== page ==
Dahab attacks will not affect Sharm’s tourism

The terrorist attacks that took place in the Egyptian tourist resort of Dahab at the end of April will not have any long term impact on the tourism industry of neighbouring Sharm El Sheikh, according to hoteliers working in the Sinai resort.

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By  Sarah Campbell Published  June 1, 2006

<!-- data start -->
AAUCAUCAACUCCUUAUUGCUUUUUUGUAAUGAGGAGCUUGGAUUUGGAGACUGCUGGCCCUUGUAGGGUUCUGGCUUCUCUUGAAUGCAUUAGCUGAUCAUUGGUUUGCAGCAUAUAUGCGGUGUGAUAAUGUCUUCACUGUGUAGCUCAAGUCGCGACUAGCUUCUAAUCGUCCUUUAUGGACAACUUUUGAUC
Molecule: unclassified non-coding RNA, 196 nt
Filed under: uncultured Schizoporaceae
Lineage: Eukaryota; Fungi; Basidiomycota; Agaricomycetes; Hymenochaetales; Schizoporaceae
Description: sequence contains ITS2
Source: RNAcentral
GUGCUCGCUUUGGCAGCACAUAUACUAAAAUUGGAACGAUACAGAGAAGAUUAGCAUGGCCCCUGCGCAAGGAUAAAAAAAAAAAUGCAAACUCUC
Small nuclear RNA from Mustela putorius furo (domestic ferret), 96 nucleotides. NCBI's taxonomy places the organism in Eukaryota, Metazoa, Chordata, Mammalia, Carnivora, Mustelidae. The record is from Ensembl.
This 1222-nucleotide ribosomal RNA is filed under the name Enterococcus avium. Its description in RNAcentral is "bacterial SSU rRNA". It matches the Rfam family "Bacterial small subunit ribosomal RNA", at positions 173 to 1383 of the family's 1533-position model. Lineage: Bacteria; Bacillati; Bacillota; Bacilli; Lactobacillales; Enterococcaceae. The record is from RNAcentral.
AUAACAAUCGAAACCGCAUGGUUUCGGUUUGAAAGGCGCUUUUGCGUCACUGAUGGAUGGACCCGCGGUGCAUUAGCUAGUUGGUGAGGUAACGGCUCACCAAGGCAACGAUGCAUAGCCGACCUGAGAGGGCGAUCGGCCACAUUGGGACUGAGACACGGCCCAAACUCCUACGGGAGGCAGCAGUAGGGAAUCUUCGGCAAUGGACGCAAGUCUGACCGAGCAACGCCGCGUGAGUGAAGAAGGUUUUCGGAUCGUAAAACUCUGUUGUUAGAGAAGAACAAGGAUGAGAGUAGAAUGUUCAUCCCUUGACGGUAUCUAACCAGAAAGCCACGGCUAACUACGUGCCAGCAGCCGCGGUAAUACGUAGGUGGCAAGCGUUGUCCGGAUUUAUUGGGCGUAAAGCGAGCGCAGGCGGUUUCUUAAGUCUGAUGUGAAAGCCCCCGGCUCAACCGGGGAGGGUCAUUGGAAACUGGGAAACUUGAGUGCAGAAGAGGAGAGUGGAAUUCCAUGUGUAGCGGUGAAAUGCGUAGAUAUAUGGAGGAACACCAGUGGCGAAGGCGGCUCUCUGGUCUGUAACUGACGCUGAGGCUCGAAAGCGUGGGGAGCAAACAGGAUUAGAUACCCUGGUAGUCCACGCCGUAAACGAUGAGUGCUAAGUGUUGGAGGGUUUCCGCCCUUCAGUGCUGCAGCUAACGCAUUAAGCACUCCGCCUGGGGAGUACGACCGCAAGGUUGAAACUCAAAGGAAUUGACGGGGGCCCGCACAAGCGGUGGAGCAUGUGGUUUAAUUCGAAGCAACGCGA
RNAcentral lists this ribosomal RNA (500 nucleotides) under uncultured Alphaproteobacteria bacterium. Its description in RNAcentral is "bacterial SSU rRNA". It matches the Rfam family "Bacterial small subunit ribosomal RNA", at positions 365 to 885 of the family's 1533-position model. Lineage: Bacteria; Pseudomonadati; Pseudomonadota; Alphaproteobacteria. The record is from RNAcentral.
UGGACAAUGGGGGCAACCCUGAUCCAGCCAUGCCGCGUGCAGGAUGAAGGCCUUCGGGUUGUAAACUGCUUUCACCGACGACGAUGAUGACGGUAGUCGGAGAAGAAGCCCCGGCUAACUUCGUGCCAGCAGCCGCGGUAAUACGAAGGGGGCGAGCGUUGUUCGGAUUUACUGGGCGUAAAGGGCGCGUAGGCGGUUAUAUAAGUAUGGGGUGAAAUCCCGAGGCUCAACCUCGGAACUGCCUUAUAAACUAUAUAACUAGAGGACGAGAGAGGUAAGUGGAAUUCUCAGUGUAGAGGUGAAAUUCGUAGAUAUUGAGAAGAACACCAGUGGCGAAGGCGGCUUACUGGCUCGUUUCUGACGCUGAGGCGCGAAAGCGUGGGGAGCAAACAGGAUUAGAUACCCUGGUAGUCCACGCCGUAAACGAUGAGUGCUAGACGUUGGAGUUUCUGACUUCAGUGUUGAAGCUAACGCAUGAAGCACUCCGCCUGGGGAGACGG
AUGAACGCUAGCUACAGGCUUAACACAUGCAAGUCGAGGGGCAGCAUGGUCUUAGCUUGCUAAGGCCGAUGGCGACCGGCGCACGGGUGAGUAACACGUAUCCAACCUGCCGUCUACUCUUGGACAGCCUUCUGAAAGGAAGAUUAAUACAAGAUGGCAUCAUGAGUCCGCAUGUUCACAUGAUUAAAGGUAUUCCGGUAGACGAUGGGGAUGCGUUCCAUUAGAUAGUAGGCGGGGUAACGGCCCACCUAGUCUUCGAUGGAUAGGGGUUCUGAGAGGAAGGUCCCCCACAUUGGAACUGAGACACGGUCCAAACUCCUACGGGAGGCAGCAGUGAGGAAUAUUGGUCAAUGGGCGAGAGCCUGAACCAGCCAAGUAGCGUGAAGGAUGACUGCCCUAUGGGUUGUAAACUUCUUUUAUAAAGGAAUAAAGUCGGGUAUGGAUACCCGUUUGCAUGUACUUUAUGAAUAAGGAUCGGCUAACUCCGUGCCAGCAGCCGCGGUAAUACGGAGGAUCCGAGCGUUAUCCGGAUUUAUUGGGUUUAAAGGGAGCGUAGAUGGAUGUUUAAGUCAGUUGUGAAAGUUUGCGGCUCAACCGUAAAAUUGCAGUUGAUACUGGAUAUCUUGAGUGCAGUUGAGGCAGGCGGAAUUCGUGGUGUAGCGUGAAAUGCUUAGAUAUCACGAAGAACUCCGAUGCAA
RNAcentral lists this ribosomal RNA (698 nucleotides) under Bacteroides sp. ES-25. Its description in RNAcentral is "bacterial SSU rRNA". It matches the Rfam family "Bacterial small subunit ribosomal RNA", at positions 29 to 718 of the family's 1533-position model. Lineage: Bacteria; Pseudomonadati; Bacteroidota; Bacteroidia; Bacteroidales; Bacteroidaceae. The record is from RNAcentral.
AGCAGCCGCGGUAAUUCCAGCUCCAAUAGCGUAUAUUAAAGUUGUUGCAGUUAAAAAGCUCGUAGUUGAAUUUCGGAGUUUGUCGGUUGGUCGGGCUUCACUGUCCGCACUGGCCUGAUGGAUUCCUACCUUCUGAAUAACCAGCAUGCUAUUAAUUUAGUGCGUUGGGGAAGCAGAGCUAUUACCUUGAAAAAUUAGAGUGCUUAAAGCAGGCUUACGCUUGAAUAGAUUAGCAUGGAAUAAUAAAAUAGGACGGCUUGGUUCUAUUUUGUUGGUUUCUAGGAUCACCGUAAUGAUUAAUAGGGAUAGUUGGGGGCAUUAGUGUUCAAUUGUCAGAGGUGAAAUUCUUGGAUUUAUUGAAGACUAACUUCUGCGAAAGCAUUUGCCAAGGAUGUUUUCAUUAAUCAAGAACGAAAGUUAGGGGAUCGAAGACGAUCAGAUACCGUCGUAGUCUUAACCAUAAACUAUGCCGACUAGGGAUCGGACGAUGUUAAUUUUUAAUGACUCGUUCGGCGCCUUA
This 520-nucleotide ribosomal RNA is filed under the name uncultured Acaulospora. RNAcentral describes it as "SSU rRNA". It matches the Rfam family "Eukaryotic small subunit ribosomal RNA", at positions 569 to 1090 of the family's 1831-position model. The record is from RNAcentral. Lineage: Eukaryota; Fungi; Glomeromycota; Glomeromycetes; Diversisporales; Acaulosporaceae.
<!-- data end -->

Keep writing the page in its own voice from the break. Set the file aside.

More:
The terrorist attacks that took place in the Egyptian tourist resort of Dahab at the end of April will not have any long term impact on the tourism industry of neighbouring Sharm El Sheikh, according to hoteliers working in the Sinai resort. Two restaurants and a souvenir shop were laid to waste at Dahab’s seaside promenade on April 24. The resort is a popular destination with Western backpackers, budget Israeli tourists and scuba divers. However, hoteliers at neighbouring Sharm El Sheikh, which boasts an array of five-star resorts, remain confident for the summer, despite Sharm being the victim of terrorist attacks less than twelve months ago. “Sharm El Sheikh is running at 90% occupancy, and we have experienced few cancellations,” Peter Mainguy, general manager, The Ritz-Carlton, Sharm El Sheikh, told Hotelier Middle East in early May. “The only dip we experienced was that for the first five days following the Dahab attack there was very little activity in forward bookings, but that has picked up,” Mainguy said. Mainguy took over the helm of The Ritz-Carlton, Sharm El Sheikh in May of last year, arriving two months before the Sharm El Sheikh bombings on July 23. He steered the hotel through the aftermath of those attacks, and through carefully targeted marketing managed to end the year on a revenue and occupancy high. Flexibility, he maintains, is the secret to success when dealing with a deflated market and low consumer confidence. “In a charter market, like Sharm El Sheikh, customers are not interested in add-ons. They want rates. We were selling at 35% of what we would normally charge [in August], with flexible conditions. We offered simple promotions, like ‘Book seven nights, pay for five’, with total flexibility: no cancellation charges and no pre payment,” Mainguy explained. Mainguy was on site on the night of July 23 when the Na’ama Bay bombs went off. He says that taking immediate control of the situation proved vital. “The first thing to do is ensure all your guests are safe. The bombs went off at 1am, so 30% of the guests were out in Na’ama Bay. Then you make sure all the staff are safe, and secure the perimeter. We barricaded ourselves in and had highly visible security, which also provides psychological comfort to the guest,” he said. “The next day, 30% of our guests checked out, and within the week we went from 96% occupancy to 45%. It stayed that way for about a month, and then grew steadily so that by November we were back on track.” Mainguy is also proud of the fact that not one member of staff resigned following the event. “We called an immediate staff meeting, and 95% of all staff turned up, wanting to help. I promised them that no one would be fired or put on extended leave. Also, I informed all those with contracts waiting to join the hotel that we would honour their job offers.” His advice for hoteliers in Dahab: “Initially, it is all about containment, staff motivation and internal communication. This is vital. Then you start preparing a [marketing] strategy.”

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